Do the bunny shop

Published 9:30 am Wednesday, April 8, 2009

FRANKLIN—Even the Easter Bunny is scaling back because of the economy.

Americans are cutting spending on holiday candy, gifts, food and decorations, according to the National Retail Federation’s 2009 Easter Consumer Intentions and Actions Survey.

Locally, gift shops are still offering plenty of goodies for sale, whether it is decorations, basket stuffers or food.

“With Easter falling later, we’ve had a longer selling season,” said Shannon Bicknell, gift shop manager at The Peanut Patch in Courtland. At lunchtime on Monday, the parking lot was nearly full and patrons ambled around inside looking for deals.

“We sell a lot of peanuts,” Bicknell said. “People stop in on their way out of town and pick up gifts.”

Americans will spend an average of $116.59 on Easter candy, gifts, food and decorations, down from an average of $135.03 last year. Total spending on the holiday is expected to reach $12.73 billion, according to the NRF.

Simply Divine on Armory Drive has been taking plenty of orders for Easter dinner items.

“We make things that they call for that go with hams,” said Liz Britt, owner. “People aren’t buying junk food right now. They’re buying healthier.”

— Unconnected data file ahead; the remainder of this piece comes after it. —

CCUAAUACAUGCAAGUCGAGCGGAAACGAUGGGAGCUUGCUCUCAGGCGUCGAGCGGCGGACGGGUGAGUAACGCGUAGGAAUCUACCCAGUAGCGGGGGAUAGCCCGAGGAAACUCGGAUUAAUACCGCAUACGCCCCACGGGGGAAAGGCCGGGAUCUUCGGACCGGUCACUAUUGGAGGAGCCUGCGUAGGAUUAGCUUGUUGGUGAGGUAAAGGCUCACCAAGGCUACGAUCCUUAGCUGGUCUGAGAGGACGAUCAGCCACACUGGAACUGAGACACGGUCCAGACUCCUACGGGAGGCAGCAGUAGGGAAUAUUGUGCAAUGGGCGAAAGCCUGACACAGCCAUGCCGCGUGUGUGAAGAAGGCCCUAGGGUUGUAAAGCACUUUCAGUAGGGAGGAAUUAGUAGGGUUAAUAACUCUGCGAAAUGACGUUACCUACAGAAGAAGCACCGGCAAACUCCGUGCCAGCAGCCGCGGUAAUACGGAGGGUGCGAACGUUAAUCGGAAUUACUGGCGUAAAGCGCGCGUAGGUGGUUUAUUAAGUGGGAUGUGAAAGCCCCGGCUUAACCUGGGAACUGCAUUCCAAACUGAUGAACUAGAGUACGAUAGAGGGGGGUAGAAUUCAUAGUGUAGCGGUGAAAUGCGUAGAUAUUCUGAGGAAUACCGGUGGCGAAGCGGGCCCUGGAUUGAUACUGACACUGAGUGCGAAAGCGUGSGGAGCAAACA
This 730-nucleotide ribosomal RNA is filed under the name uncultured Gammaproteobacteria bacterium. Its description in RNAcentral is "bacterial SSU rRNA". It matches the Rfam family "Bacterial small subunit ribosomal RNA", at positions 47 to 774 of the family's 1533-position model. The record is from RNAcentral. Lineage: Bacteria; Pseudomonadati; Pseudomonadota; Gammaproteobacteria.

Britt said she anticipates plenty of Easter orders for country hams, homemade yeast and sweet rolls and specialty desserts.

“This is good old cooking,” she said.

Gerri Patnesky, owner of Alphabet Soup, said she has marked her Easter items down 20 percent. Sales haven’t been as brisk as in past years. Patnesky urged everyone to shop locally.

“I just think people are very frightened because of what they hear every day on the economy,” she said. “We have a wonderful gift shop with a lot of cute items, so there is no reason to go out of town shopping unless it’s for something special. Franklin is a wonderful town and the people have been very supportive in the past. We’re neighbors helping neighbors.”

Americans’ largest Easter expense will be in preparing a meal, with the average person expected to spend $37.67 on food (down from $41.09 last year). People will also spend on gifts ($17.30 vs. $21.42 last year), flowers ($7.55 vs. $9.11 in 2008) and candy ($16.55 vs. $18.12 in 2008).

“With Easter falling so late this year, retailers will have plenty of time to entice shoppers with deals on spring apparel and other Easter merchandise,” said NRF President and CEO Tracy Mullin. “Retailers are hopeful that a late Easter will bring warmer weather and put shoppers in the mood to buy clothing, flowers and other holiday gifts.”

The survey found the majority of people — 64 percent — will bargain shop at discounters this year, up from the 58.8 percent who shopped there last year. Still, about one-third (32.5 percent) will head to their favorite department store for Easter merchandise, one in four (22.5 percent) will visit a specialty store, 11.4 percent will shop online and 5.9 percent will buy Easter apparel from a specialty clothing store.

“Many Americans view Easter as the official kickoff to spring,” said Phil Rist, executive vice president, Strategic Initiatives, BIGresearch, the company that conducted the survey. “A later holiday could mean people will take advantage of retailers’ Easter promotions as a way to spruce up their spring wardrobe.”